It’s Spring and I’ve been feeling a bit desperate. Spring should be the time when everything is busting out all over, but unfortunately there isn’t a great deal of planting to bust out in my garden yet. We have done a lot of work, enough to make us ache all over. I have an additional blog to support new arrivals to The Algarve here which explains what we’ve been up to, making a gravel bed.
So, it was some pleasure that I stumbled upon a wonderful blog, part of which I reblogged in two earlier posts, describing the process of creating a garden in Lazio, Italy. The writer is a very experienced gardener and designer and gives me inspiration and strength to believe in the possibilities, even though sometimes it feels very difficult to garden on this windswept hillside with little water. Onwards and Upwards!
So come with me on a little walk around the garden, what there is of it. There HAS been progress, of course there has. It was a building site under two years ago, I remind myself frequently. Here is what it looked like then.
I have tried to see the garden in sections. It’s the only way I can stop myself feeling engulfed. This is not a huge garden, but for us, who have been used to a backyard terraced garden in South london, cheek by jowl with others, it is daunting enough! And I am in my third and final age, so five years is a long time for me. But I can’t go faster than the plants grow. I have to take a step at a time.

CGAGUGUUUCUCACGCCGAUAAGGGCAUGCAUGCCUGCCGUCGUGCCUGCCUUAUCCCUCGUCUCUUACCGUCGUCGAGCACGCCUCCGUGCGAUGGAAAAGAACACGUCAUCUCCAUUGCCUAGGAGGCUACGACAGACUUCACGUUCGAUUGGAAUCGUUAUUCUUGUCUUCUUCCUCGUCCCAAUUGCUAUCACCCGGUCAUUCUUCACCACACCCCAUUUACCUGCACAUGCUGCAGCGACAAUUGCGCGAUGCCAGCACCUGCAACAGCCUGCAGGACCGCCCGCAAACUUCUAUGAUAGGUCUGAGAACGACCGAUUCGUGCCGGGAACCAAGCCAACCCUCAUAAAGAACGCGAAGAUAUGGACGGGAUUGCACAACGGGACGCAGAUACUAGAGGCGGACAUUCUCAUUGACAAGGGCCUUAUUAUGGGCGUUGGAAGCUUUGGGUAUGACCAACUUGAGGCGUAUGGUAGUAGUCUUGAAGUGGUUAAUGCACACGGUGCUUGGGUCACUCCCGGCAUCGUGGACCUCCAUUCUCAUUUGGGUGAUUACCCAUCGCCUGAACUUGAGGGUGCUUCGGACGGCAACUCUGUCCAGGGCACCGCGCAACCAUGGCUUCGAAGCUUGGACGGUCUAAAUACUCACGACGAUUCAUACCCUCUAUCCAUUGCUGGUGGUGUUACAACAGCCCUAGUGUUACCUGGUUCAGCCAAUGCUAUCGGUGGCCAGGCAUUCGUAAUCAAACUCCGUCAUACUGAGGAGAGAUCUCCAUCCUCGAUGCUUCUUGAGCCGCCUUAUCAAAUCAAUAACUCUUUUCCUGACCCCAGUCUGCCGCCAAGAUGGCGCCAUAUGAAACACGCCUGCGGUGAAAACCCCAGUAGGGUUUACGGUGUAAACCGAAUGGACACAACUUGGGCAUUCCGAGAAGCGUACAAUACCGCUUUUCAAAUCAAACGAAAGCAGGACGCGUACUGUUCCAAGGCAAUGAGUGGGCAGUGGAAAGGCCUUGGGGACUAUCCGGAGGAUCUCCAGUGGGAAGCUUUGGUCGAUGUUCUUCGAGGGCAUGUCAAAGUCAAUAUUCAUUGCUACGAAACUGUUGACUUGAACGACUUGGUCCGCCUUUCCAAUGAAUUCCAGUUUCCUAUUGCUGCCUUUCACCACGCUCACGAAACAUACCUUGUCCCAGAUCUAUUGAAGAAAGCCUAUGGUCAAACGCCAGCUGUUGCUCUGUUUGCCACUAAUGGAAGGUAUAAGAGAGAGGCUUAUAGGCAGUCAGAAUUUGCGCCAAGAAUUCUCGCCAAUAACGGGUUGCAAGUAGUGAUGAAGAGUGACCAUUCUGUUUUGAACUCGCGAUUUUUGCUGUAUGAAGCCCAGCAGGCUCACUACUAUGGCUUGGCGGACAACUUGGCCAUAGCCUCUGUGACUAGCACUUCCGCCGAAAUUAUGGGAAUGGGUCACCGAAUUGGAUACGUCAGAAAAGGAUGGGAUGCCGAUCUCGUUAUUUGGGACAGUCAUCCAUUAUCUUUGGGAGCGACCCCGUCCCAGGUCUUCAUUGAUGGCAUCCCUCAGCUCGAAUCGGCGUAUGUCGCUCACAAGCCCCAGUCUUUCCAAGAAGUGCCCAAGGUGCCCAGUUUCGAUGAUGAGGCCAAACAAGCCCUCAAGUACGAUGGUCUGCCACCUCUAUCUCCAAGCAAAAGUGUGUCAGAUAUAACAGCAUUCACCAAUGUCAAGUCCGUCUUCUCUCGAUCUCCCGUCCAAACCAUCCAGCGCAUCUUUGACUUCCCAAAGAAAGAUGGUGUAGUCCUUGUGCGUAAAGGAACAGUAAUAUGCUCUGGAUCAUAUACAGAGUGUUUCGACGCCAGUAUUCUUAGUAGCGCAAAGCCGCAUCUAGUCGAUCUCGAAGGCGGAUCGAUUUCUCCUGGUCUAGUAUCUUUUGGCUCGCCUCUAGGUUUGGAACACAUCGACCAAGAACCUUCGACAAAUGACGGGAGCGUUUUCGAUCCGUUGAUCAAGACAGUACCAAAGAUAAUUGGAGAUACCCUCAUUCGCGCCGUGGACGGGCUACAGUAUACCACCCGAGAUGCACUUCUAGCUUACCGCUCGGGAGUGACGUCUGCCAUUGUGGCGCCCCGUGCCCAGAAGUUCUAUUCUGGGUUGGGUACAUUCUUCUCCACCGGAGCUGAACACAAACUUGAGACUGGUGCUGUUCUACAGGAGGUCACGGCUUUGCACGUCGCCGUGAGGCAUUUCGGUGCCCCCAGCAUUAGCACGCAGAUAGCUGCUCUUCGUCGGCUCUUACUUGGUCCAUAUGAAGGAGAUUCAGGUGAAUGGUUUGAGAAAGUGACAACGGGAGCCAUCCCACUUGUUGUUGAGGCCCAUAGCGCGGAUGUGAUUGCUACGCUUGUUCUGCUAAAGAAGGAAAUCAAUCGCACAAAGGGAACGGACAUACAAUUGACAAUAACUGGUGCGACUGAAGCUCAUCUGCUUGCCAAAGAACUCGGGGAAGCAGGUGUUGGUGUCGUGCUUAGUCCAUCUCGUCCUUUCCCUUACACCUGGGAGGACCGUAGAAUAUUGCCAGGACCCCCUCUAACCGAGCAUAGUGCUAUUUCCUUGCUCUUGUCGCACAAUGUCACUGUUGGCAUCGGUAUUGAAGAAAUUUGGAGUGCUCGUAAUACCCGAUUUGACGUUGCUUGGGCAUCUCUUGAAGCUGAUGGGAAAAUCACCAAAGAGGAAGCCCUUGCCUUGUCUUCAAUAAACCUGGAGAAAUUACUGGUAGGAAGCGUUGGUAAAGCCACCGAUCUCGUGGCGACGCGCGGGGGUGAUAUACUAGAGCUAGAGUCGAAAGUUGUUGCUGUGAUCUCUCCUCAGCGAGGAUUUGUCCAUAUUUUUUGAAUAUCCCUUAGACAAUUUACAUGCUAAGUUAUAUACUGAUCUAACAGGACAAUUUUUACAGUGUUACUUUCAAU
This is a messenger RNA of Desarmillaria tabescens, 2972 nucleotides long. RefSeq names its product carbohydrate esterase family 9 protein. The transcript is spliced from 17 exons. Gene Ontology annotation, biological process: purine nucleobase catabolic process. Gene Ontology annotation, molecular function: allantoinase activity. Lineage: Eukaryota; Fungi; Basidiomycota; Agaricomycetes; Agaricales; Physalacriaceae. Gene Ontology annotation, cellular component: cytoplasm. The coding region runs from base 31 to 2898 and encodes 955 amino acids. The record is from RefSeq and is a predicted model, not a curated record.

Small triumphs are that we have nearly completed the gravel terraced area on top of the bank, mentioned above. It has been really hard labour, hauling gravel up the hill. I haven’t been able to plant the whole area because of shortage of funds, but have several grasses, pennisetums and iris sibirica which I am growing from seed and hope to plant in the Autumn, along with lavender cuttings. This side of the terrace was planted last Autumn. The lavender hedge was grown from cuttings, so I am hopeful that I can replicate it fairly cheaply in other areas of the garden. The clay soil here is good for striking cuttings, if you get it at the right time when it is wet and warm enough, but it can be a bit hit and miss, so I have also done some in pots.
There is at least bit of Spring going on here. I have planted grasses at the top of the bank, which I have cut back, so it’s somehwat bare. I also buried some dutch irises I bought at the MGS fair in between other plants . I haven’t a clue what they are all called, either common names or Latin ones, but I must sort this out. I am always muddling up plant labels and forgetting what I’ve planted where. There are so many different irises, bearded iris, dutch irises, flags etc. I sometimes wonder where they are all growing together, if one sees itself as more superior to the other. I imagine the bearded irises (I think they are Iris germanicus) mocking the slightly more gentile dutch variety. (Reading this back, I think I have spent too long on my own with the plants!)
In the vegetable garden, my sister sent me some Jerusalem Artichokes from her garden in Wales (or Fartichokes, as she calls them) I think they should do very well here and indeed they are popping up their little shoots already, bless them. I had them on my allotment in Dulwich and enjoyed growing them and eating them. I even had them in a tiny back garden in Crystal palace, where they were a talking point for the neighbours.